Hong Kong International Airport (HKIA) recorded its third worst month ever, in February 2020, since its opening in 1998, caused by the first full month of damage on air travel triggered by the Covid-19 outbreak.
Data from the Civil Aviation Department showed 1.88 million passengers flew in and out of the city last month, down 68 per cent compared to February 2019. The record was only beaten by the period between April and June 2003 during the severe acute respiratory syndrome (Sars) crisis.
In April 2003, year-on-year air traffic fell by 69 per cent to 892,000, and by May some 556,000 people took flight, a reduction of four-fifths. In June 2003, the year-on-year air traffic fell by 56 per cent.
The latest provisional air traffic data saw the number of flight take-off and landing fall to 18,005, down 44.5 per cent year on year.
Amid an extended factory shutdown in mainland China after Lunar New Year, the airport – the world’s busiest cargo hub – also saw an 8.7 per cent reduction in the amount of cargo handled, at 246,000 tonnes.
The World Health Organisation on March 11 declared the outbreak a pandemic, while more than 140,000 confirmed infections have been reported globally, including more than 60,000 cases in a total of 120 countries or areas outside mainland China as of 3pm on Saturday.
According to the WHO, at least 72 countries or areas have reported locally transmitted cases. Large-scale outbreaks with active community transmission are occurring in Korea, Italy, and Iran.
The Hong Kong government on Friday announced mandatory quarantine for all arrivals from the 26 European member nations of the Schengen border-free travel region, which has a combined population of more than 420 million, starting next Tuesday.
US President Donald Trump has also announced the closure of his country’s borders for the people of the Schengen region for a month.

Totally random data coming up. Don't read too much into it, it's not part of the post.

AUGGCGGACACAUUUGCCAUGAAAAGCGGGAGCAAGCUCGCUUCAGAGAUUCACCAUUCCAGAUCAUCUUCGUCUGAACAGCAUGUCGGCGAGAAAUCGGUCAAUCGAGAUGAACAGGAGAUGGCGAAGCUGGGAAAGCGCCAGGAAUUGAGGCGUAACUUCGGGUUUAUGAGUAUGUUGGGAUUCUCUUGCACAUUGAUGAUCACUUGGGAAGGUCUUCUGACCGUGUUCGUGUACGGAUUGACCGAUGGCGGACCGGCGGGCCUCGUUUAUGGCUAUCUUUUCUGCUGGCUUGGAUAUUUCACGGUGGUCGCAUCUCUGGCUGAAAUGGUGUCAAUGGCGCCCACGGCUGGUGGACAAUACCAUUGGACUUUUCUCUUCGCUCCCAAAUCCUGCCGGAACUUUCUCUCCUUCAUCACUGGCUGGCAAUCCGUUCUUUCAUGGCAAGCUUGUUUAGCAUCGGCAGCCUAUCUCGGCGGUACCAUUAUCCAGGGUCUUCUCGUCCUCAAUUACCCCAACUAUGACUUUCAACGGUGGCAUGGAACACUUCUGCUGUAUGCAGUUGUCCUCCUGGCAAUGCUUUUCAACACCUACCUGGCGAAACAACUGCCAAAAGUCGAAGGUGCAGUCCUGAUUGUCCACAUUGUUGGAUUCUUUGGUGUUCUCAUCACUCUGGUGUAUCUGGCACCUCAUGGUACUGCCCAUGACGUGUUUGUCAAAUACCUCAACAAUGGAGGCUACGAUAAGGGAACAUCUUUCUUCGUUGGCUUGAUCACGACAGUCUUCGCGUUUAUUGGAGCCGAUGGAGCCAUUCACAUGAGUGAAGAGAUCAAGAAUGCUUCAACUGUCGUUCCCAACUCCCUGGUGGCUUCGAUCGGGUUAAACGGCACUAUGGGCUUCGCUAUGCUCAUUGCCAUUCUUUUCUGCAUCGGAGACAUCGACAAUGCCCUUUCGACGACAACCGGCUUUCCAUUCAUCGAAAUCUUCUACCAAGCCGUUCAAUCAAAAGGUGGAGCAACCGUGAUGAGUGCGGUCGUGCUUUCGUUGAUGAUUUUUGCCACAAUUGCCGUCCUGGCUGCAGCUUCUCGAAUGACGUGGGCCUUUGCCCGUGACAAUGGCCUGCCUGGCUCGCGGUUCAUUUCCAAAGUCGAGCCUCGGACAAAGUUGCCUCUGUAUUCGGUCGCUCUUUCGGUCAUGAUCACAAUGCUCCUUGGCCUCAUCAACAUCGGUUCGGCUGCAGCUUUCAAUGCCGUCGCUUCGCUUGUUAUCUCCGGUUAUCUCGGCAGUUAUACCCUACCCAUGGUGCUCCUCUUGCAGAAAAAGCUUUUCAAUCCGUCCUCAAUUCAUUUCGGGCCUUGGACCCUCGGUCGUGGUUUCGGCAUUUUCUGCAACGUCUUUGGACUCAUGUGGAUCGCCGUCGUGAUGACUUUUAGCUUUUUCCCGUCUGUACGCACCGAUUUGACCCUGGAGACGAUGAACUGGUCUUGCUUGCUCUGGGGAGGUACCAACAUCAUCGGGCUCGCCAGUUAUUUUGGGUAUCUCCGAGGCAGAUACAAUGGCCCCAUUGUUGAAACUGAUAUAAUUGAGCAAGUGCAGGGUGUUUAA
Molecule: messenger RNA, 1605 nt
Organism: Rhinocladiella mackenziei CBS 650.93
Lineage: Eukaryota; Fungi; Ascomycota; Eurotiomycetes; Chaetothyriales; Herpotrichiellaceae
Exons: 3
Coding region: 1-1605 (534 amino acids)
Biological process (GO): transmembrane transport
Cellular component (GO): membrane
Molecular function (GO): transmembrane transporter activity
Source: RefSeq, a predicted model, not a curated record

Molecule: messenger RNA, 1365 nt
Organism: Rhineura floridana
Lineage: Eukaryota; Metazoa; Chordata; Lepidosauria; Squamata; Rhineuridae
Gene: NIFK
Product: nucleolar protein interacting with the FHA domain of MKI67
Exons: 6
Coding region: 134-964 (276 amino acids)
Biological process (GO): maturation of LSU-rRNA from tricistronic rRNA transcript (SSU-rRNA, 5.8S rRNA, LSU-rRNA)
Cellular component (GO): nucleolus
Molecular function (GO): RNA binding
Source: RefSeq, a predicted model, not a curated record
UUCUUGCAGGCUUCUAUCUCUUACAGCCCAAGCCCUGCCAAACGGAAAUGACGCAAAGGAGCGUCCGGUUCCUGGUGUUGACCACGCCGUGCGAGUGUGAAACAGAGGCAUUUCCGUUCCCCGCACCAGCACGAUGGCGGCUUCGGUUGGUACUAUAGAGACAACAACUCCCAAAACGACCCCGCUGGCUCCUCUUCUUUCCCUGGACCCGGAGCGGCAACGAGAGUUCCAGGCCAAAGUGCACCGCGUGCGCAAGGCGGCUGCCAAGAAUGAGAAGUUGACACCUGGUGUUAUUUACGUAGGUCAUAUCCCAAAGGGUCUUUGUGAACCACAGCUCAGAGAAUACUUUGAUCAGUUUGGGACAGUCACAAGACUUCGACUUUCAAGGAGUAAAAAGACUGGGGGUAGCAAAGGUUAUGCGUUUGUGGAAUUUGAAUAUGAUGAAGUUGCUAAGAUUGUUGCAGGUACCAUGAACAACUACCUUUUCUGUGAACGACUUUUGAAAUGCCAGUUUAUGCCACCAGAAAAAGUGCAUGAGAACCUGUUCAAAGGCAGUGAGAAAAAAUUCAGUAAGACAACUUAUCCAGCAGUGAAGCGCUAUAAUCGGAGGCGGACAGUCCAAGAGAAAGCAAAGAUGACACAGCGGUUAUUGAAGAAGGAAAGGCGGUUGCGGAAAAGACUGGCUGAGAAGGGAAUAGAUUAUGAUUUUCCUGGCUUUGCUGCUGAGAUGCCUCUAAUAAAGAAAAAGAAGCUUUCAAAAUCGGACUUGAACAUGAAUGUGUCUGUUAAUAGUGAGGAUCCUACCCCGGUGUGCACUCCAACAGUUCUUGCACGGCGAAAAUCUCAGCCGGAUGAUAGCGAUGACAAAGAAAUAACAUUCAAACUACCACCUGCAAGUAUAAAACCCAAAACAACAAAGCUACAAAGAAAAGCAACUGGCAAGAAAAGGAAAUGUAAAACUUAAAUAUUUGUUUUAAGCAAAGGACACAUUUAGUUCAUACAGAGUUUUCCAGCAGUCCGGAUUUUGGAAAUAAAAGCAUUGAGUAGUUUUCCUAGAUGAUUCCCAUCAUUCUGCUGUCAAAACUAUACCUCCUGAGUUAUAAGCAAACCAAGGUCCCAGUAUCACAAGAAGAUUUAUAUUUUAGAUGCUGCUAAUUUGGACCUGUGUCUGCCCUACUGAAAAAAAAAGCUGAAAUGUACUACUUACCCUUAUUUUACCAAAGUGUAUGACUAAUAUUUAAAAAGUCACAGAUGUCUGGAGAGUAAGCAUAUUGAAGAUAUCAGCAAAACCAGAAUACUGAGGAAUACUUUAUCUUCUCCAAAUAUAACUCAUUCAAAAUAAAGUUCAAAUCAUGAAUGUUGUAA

The pandemic and its containment measures across the world have forced major airlines to appeal to respective governments for relief as they faced ticket-refund requests amid near-zero new bookings.
On Friday, US carriers sought unspecified government support from Washington, while Europe approved state-aid to rescue the continent’s stricken airlines.
Lufthansa Group warned two-thirds of its 800 planes would be grounded in the coming days while Britain’s national airline said the coronavirus situation “was a crisis of global proportions like no other we have known”, superseding 9/11, Sars, and the 2008-9 global financial crisis.
British Airways CEO Alex Cruz said in an internal memo on Friday jobs would have to be cut as the airline would be “parking aircraft in a way we never have before”.
Delta Air Lines told staff it would reduce its flying schedules by two-fifths, its largest reduction in history, resulting in at least 300 parked planes.
Ailing budget carrier Norwegian said it would lay-off around half of its staff temporarily.
The International Air Transport Association (IATA), representing the bulk of airlines globally, on Thursday warned of the “extreme pressure” facing the industry and urged state-backed financial aid, including reduction of infrastructure costs and taxes.
Before the US border shutdown on European air travel, the IATA last week said the public health crisis could see US$113 billion of airline passenger revenue disappear.
China’s aviation regulator also said last Thursday its airlines posted a combined record loss of 20.96 billion yuan (US$3 billion) as February passenger traffic collapsed 84.5 per cent year-on-year to 8.34 million, reflecting the immense strain on its economy.
Guangzhou Airport, near Hong Kong, said February passenger traffic dropped 83 per cent to 966,000 from the same time last year.
Cathay Pacific on Wednesday warned of “substantial losses” in the first half of 2020 after it reported a surprise HK$344 million profit in the final half of 2019. The airline said it could not rule out job cuts.
Hong Kong’s flagship airline has seen its year-on-year daily passenger volumes in early March collapse from 106,000 travellers a day to an average of 20,000, amid warnings the figure could worsen further.
The airport authority is expected to release the confirmed February figures on Monday.
This article Coronavirus: Hong Kong airport records its third worst month ever amid travel restrictions in February first appeared on South China Morning Post